If a child has difficulties with reading and writing, a discussion with the teaching staff and a consultation with the family doctor would be helpful. The latter would exclude health problems which affect the child’s ability to read and write, e.g. vision problems, poor hearing, and other conditions like attention deficit hyperactivity disorder. The former would help in a review of the teaching methodology and provide alternative approaches and support, which is helpful for many children, including those with mild or moderate dyslexia.

If the problem persists despite the above, an assessment by an educational psychologist would be advisable. The latter is a specialist who assists children with problems in their educational progress because of emotional, psychological, cognitive (learning), or behavioural factors. This can be challenging as there are not many educational psychologists available in the country.

Alternatively, assistance can be sought from the Dyslexia Association of Malaysia, which has centres in Peninsular Malaysia. Its contact details are 6, Persiaran Kuantan, Off Jalan Setapak, 53200 Kuala Lumpur (Tel: 03-4025-5109).

The assessment includes an evaluation of the child’s reading and writing abilities as well as other skills like vocabulary, memory, reasoning, language development, processing speed of visual and sound information, organisational skills, and approaches to learning.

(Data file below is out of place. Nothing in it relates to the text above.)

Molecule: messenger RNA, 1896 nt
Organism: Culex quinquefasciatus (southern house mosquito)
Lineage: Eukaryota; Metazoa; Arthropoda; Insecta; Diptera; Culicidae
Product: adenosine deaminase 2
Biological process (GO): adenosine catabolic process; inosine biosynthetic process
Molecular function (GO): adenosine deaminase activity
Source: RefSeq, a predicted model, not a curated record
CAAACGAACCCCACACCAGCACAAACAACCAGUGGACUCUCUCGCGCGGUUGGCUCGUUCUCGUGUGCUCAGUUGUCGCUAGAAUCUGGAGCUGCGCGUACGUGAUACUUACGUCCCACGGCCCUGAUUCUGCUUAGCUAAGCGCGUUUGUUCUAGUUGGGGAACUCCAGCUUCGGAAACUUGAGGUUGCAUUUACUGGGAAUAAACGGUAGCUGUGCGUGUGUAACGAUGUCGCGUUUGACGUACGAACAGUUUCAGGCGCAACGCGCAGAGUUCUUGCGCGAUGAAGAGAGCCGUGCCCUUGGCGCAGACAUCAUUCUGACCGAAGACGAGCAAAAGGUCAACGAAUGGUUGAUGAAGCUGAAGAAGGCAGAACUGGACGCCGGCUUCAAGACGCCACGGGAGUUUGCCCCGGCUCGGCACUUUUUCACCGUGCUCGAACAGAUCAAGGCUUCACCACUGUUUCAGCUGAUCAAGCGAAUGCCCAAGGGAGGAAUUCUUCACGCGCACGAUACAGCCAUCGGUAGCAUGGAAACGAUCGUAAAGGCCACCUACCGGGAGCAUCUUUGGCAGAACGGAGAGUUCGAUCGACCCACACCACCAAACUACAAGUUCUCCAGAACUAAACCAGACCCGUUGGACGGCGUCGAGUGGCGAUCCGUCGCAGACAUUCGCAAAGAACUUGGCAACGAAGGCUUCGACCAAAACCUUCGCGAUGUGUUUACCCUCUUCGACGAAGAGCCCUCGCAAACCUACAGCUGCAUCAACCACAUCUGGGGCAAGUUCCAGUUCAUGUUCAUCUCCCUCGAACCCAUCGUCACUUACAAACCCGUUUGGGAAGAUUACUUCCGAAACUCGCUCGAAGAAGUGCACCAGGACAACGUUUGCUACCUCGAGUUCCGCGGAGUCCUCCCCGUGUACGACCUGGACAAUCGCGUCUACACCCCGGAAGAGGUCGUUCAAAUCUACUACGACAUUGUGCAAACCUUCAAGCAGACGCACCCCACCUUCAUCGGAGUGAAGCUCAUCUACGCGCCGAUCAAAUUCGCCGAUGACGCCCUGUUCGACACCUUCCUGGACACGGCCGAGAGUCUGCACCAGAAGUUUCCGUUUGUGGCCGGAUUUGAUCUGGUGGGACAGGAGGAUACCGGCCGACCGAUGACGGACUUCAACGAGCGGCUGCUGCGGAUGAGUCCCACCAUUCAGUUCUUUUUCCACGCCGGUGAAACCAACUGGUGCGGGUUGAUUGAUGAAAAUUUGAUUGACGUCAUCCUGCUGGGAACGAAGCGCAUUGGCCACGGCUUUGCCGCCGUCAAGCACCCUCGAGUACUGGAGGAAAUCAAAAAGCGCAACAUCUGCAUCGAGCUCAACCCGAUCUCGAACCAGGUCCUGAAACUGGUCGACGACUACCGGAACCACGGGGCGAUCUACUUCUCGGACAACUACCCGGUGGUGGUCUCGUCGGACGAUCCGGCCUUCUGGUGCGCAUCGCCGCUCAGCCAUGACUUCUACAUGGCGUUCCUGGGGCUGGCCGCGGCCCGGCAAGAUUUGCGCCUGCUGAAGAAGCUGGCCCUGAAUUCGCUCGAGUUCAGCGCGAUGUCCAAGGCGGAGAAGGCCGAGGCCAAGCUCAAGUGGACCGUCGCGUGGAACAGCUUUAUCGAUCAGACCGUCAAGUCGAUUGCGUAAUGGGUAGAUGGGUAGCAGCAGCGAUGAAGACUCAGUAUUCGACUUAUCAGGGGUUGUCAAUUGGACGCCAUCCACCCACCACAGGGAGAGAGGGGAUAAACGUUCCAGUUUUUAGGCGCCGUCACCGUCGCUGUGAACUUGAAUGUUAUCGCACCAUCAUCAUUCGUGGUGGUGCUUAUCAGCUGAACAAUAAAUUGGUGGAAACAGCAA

A diagnosis of dyslexia is made if the child’s reading and writing skills are poor despite appropriate teaching methodology and the child’s logic and verbal skills are unaffected.

Adults can also have similar assessments done.

Treating dyslexia

There is currently no cure for dyslexia. However, there are many interventions that can assist dyslexics. The degree and type of intervention is determined by the severity of the problems.

Interventions before a child goes to school are effective in achieving long term improvements in the condition. There is evidence that interventions which improve the ability to identify and process sounds (phonological skills) are effective.

These interventions, which are called phonics, concentrate on recognition and identification of sounds in spoken words (phonemic awareness) and instruction on phonics, spelling, writing, vocabulary, comprehension, and fluency.

There is evidence that effective methods of teaching phonics to dyslexics have certain features:

● Teaching is structured, with gradual increase based on what has been learnt previously.

● Use of different senses.

● Reinforcement with regular practice.

● Development of other useful skills.

● Recognition that there are different learning methods and approaches and then selecting the appropriate one for different situations.

● Breaking down the dyslexic’s emotional barriers, like anxiety and frustration, with empathy, encouragement, and promotion of the dyslexic’s self-esteem.

Many older children find the use of educational software applications useful rather than text or exercise books.